Cyberstalking, put simply, is the use of the internet or other electronic means to stalk someone. It is the use of information and communications technology, particularly the Internet, by a person or group of people, to harass another. It often includes false accusations, monitoring the victims activities via the internet, sending threats, identity theft, damage to data or equipment, the sexual solicitation of minors and gathering information for harassment purposes. All in all, cyberstalking is relatively new. Decreasing expense & increased availability of computers/online services have more people than ever "logging onto" the Internet, making another form of contact subject to abuse by stalkers.
Cyberstalkers target their victims through chat rooms, message boards, discussion forums, and e-mail. It takes many forms such as: threatening or obscene e-mail, spamming (sending someone a multitude of junk e-mails), live chatroom harassment or “flaming” (online verbal abuse), leaving improper (obscene, lewd, inflammatory, assaultive) messages on message boards or in guest books, sending worms or viruses, sending unsolicited e-mail, tracing another person's computer and Internet activity and electronic identity theft. Like stalking off-line, online stalking can be a terrifying experience for victims, placing them at risk of psychological trauma and possible physical harm. Many cyberstalkers do evolve into “real life” stalking in which a victim may experience abusive and excessive phone calls, vandalism, threatening or obscene mail, trespassing and physical assault.
- Victims who are under the age of 18 should tell their parents or another adult they trust about any harassment and/or threats (see also Cyberbullying)
- Experts suggest that in cases where the offender is known, victims should send the stalker a clear written warning. Specifically, victims should communicate that the contact is unwanted, and ask the perpetrator to cease sending communications of any kind. Victims should do this only once. Then, no matter the response, victims should under no circumstances ever communicate with the stalker again. Victims should save copies of this communication in both electronic and hard copy form.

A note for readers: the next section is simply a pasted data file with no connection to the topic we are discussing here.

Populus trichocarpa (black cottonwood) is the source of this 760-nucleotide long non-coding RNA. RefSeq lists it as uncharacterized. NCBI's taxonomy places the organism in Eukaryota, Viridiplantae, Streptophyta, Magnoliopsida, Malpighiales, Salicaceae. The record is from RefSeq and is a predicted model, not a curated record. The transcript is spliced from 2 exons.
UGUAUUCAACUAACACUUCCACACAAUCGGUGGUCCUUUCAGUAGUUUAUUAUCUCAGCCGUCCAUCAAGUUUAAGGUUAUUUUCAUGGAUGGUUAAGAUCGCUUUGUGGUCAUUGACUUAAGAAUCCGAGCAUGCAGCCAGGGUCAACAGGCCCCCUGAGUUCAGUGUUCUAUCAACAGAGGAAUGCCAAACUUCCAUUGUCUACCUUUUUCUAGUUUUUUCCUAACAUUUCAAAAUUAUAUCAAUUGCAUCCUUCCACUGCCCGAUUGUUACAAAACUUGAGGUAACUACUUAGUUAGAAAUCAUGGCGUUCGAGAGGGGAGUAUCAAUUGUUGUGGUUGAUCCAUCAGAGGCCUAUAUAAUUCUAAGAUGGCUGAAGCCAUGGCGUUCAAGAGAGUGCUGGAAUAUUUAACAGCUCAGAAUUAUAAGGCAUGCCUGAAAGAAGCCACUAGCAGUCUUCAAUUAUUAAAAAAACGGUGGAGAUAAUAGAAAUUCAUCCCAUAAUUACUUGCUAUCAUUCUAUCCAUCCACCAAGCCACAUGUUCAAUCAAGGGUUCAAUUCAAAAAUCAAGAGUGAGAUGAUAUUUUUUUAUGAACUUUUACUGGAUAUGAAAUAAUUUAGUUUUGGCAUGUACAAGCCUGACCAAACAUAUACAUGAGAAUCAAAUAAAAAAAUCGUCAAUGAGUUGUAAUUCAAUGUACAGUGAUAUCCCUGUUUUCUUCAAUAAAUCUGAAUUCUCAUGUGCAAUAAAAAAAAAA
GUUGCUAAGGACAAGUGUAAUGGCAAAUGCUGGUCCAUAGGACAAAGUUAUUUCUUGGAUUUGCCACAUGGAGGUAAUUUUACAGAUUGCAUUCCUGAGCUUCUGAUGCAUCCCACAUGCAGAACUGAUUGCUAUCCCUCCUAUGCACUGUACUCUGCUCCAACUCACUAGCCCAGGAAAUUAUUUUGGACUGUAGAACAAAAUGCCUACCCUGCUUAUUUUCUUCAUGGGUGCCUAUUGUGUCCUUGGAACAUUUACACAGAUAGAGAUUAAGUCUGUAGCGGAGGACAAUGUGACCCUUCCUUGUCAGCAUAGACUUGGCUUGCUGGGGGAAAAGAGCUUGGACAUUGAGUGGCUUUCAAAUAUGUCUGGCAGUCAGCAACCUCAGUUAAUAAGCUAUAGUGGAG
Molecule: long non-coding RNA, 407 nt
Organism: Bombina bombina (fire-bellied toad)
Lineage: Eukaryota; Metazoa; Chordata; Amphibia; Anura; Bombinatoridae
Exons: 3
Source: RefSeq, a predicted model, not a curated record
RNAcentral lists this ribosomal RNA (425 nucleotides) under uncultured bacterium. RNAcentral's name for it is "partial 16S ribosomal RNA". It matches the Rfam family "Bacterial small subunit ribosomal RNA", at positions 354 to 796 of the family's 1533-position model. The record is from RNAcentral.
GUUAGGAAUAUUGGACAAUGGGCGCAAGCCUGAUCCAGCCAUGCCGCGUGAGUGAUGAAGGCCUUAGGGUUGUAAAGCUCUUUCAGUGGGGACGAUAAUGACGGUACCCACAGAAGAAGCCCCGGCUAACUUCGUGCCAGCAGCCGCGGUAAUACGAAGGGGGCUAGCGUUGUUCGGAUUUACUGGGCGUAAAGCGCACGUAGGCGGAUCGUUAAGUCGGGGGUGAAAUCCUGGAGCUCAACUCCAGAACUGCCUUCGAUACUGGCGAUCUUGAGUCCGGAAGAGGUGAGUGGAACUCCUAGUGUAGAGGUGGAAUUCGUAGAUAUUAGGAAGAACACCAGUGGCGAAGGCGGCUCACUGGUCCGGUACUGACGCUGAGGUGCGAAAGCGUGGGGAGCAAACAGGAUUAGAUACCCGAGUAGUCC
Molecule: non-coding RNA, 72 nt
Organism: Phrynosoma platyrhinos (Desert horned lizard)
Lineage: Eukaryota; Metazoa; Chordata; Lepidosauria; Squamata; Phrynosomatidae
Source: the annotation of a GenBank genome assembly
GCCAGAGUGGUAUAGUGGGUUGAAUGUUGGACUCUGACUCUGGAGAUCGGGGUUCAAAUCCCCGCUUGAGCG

- If the harassment continues, the victim may wish to file a complaint with the stalker's Internet service provider, as well as with their own service provider. Many Internet service providers offer tools that filter or block communications from specific individuals.
- As soon as individuals suspect they are victims of online harassment or cyberstalking, they should start collecting all evidence and document all contact made by the stalker. Save all e-mail, postings, or other communications in both electronic and hard-copy form. If possible, save all of the header information from e-mails and newsgroup postings. Record the dates and times of any contact with the stalker.
- Victims may also want to start a log of each communication explaining the situation in more detail. Victims may want to document how the harassment is affecting their lives and what steps they have taken to stop the harassment.
- Victims may want to file a report with local law enforcement or contact their local prosecutor's office to see what charges, if any, can be pursued. Victims should save copies of police reports and record all contact with law enforcement officials and the prosecutor's office.
- Victims who are being continually harassed may want to consider changing their e-mail address, Internet service provider, a home phone number, and should examine the possibility of using encryption software or privacy protection programs. Any local computer store can offer a variety of protective software, options and suggestions. Victims may also want to learn how to use the filtering capabilities of email programs to block e-mails from certain addresses.
- Furthermore, victims should contact online directory listings such as www.four11.com, www.switchboard.com, and www.whowhere.com to request removal from their directory.
- Finally, under no circumstances should victims agree to meet with the perpetrator face to face to "work it out," or "talk." No contact should ever be made with the stalker. Meeting a stalker in person can be very dangerous.
- Do not share personal information in public spaces anywhere online, nor give it to strangers, including in e-mail or chat rooms. Do not use your real name or nickname as your screen name or user ID. Pick a name that is gender- and -age-neutral. And do not post personal information as part of any user profiles.
- Be extremely cautious about meeting online acquaintances in person. If you choose to meet, do so in a public place and take along a friend.
- Make sure that your ISP and Internet Relay Chat (IRC) network have an acceptable use policy that prohibits cyberstalking. And if your network fails to respond to your complaints, consider switching to a provider that is more responsive to user complaints.
- If a situation online becomes hostile, log off or surf elsewhere. If a situation places you in fear, contact a local law enforcement agency.
- National Center for Victims of Crime Stalking Resource Center
- National Network to End Domestic Violence (NNEDV)
- Working to Halt Online Abuse (WHOA)
- Safety Ed International
- Electronic Privacy Information Center (EPIC)
- Online Privacy Alliance
- Network Solutions WHOIS - Helps determine contents of domain name registration
Your local prosecutor's office, law enforcement, or state Attorney General's office. Check in the Blue Pages of your local phone book under the appropriate section heading of either "Local Government," "County Government," or "State Government."
Borrowed, in part, from the National Centers for Victims of Crime Copyright © 2003